Wanna win a $50 gift card or an autographed copy of Speculation? Well, there are two ways to enter…

  1. Leave a comment on my blog. One random commenter during this tour will win a $50 gift card. For the full list of participating blogs, visit the official Speculation tour page.
  2. Enter the Rafflecopter contest! I’ve posted the contest form below, or you can enter on the tour page linked above.

About the author: Edmund Jorgensen was born in Chicago. He studied classical languages and has maintained a love for all things Greek and Roman. He fell in love with his wife in Mexico; they now reside, happily but considerably more chilly, in Watertown, Massachusetts. Edmund is currently hard at work on his second book, a set of interconnected short stories. Connect with Edmund on his website, Facebook, Twitter or GoodReads.



Posted: Tuesday, 10 January, 2012 by deacongray in Book Reviews
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Witchling by Yasmine Galenorn
Berkley (Mass Market); October 2006
Urban Fantasy, 276 pages
ISBN: 0-425-21254-8


We’re the D’Artigo Sisters: Half-human, half-Faerie, we’re savvy–and sexy–operatives for the Otherworld Intelligence Agency. But our mixed-blood heritage short-circuits our talents at all the wrong times.  My sister Delilah shapeshifts into a tabby cat whenever she’s stressed.  Menolly’s a vampire who’s still trying to get the hang of being undead.  And me?  I’m Camille–a wicked-good witch.  Except my magic is as unpredictable as the weather, which my enemies are about to find out the hard way…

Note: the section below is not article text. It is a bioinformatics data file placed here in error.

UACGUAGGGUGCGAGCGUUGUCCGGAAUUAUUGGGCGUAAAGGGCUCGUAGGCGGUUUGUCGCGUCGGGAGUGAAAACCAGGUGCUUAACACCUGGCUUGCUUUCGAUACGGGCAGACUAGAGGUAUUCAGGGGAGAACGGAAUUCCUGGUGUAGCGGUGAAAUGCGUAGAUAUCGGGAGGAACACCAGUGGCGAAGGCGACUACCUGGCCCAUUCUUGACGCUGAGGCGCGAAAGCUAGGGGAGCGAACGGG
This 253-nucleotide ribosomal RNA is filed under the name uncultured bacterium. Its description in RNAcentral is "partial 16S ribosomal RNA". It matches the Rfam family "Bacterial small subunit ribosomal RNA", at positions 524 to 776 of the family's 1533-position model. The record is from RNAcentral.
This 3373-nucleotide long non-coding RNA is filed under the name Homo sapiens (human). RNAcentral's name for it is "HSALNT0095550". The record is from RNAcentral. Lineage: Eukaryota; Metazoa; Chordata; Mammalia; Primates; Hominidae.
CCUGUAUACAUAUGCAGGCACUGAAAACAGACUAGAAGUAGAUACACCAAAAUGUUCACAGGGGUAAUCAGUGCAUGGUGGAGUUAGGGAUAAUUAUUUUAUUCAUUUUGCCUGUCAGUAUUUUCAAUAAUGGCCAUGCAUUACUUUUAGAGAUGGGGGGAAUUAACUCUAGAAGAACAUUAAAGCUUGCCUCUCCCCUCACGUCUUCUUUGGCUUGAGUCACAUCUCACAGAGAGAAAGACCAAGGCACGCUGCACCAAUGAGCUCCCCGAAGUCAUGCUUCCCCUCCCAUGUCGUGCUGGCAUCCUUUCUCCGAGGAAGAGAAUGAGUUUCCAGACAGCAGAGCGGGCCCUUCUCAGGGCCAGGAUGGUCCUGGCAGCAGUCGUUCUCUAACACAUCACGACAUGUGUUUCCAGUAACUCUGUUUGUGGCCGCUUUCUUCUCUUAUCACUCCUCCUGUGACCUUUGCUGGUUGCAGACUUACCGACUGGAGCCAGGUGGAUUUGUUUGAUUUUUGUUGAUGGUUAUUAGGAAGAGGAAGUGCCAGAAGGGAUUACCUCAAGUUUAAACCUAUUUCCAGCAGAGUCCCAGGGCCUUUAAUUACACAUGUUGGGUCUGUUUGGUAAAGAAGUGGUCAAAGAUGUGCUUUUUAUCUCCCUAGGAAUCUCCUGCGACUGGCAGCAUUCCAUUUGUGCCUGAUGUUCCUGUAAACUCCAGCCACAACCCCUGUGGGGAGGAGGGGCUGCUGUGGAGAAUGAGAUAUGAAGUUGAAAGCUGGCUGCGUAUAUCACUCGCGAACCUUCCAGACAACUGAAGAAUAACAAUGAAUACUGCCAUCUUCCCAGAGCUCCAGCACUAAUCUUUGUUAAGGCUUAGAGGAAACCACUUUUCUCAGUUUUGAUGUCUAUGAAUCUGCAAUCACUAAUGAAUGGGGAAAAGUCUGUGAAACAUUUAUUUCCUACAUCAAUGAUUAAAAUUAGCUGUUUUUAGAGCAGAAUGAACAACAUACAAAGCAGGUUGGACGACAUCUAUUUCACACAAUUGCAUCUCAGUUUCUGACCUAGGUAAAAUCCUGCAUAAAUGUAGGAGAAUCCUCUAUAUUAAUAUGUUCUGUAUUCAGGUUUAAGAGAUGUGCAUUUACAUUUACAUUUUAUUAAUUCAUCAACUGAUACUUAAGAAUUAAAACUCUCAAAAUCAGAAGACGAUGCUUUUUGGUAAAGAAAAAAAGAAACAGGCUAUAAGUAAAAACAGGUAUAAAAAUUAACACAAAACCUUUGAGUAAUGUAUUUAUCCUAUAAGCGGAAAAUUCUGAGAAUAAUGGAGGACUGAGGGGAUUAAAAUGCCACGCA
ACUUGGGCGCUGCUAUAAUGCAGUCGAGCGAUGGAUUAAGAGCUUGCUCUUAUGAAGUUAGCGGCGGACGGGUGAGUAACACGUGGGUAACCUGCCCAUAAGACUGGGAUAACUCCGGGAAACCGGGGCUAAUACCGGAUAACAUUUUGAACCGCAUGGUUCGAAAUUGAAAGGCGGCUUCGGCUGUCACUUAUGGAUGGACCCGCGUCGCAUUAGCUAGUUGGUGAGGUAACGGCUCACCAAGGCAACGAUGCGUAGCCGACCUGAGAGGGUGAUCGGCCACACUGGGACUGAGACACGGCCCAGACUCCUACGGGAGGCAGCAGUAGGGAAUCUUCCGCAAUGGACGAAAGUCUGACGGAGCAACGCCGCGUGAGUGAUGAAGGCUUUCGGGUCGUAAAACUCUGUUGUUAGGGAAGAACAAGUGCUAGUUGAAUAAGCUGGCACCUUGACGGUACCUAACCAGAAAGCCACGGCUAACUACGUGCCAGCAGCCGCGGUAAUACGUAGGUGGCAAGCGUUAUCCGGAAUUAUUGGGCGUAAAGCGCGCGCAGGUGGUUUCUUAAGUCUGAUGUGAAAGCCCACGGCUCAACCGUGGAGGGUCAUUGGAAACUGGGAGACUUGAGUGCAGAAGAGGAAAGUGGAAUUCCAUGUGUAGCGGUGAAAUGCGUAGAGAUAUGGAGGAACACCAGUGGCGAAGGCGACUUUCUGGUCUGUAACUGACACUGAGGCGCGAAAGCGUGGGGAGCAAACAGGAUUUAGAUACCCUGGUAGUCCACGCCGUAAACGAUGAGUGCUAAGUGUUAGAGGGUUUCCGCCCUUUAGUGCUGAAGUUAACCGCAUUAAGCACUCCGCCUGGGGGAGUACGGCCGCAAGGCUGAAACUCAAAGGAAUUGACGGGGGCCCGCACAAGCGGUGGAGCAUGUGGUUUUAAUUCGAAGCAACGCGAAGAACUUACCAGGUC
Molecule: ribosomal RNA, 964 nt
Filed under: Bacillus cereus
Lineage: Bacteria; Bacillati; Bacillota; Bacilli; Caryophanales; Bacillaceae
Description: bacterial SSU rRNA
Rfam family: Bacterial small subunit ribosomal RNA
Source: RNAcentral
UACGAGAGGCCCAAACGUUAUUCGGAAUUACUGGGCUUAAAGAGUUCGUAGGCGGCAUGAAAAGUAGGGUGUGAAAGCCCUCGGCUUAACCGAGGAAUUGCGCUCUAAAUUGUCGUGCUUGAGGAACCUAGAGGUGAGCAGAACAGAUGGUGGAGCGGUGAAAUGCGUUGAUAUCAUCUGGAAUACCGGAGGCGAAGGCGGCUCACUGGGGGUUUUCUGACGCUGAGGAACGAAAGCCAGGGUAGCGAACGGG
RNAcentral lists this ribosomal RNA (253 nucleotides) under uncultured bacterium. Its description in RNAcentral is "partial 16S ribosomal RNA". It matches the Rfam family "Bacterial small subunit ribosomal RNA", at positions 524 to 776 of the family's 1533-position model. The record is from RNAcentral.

Looking for a series that incorporates all the creatures from your deepest fantasies? This might be it. Hereditary witches? Check. Elves? Check. Faery Queens and Sidhe? Check. Demons? Check? Dragons, were’s, trolls, and giants? Check times four! Yes, they are all here. Some live on Earth, some are from the subterranean realms, and some live in Otherworld. Many fantasy writers prefer to stick with one type of “fantasy creature”, giving only a nod to the rest who live within our hearts but Yasmine Galenorn brings these creatures out of our hearts and onto the pages of her book.